Sometimes I even imagine a time in the future when we will need to send our students to Jewish day schools, not only in order to teach them Hebrew, Jewish life, and Jewish history, but also to teach them science. (And to protect them from fundamentalist Christian indoctrination in the guise of science.)


The version of the Clergy Letter for rabbis is
here, and the list of rabbis who have signed it follows the letter.



Friday, February 12, 2010

It takes a shtetl

It takes a shtetl to raise a Jewish child.

No, that’s not quite right. Although the shtetl experience had significant effects on Jewish thought, it is not central to Jewish life today.

Few of us would willingly trade the freedoms of twenty-first-century America for the forced closeness of an isolated village in eastern Europe. But it does take a community to raise a Jewish child. This is not to say that one can’t be Jewish in isolation, such as when required by schooling, work, or military service. What it means is that to be a Jew is to be part of a worldwide Jewish community that cannot be defined by either religion or ethnicity alone.

Thus, not all Jews are religious, nor are all religious Jews religious in the same way. Our religious practices show a range of ethnic and philosophical differences. Nor are our ethnic customs all the same. Think about Jewish food: what is Jewish food? Sefardim such as Moroccan Jews knew nothing about bagels until they saw them in Ashkenazi bakeries in Israel or North America, but they eat rice during Passover. There are Jews who don’t like gefilte fish!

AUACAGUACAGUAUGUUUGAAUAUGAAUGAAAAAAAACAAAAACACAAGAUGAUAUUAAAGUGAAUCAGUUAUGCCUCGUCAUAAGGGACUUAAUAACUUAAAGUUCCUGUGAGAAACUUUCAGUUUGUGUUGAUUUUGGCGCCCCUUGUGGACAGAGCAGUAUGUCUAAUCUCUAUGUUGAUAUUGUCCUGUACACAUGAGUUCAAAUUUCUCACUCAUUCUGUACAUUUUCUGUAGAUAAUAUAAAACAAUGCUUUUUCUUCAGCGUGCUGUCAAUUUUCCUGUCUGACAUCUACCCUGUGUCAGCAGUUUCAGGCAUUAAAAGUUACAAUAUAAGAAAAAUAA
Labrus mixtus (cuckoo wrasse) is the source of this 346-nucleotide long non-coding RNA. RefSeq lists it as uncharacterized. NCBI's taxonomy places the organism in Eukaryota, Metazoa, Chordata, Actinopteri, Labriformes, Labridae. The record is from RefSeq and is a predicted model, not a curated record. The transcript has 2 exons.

About a decade ago I taught an eighth-grade class on Jewish family history. The idea was that family history was the gateway to more general Jewish history. Jewish food was one illustration: whatever we think of as “Jewish food” is the typical food of the region of the world from which our families came, perhaps adapted to make it kosher. (Russian borscht might contain both meat and sour cream; in French cooking, à la juive, Jewish style, means fried in oil instead of pork fat.) By the late 1990s this was lost on students, because family food had become either mainstream American food, or the latest foodie craze—that year, Thai. So if family food is Jewish food, Thai food was Jewish.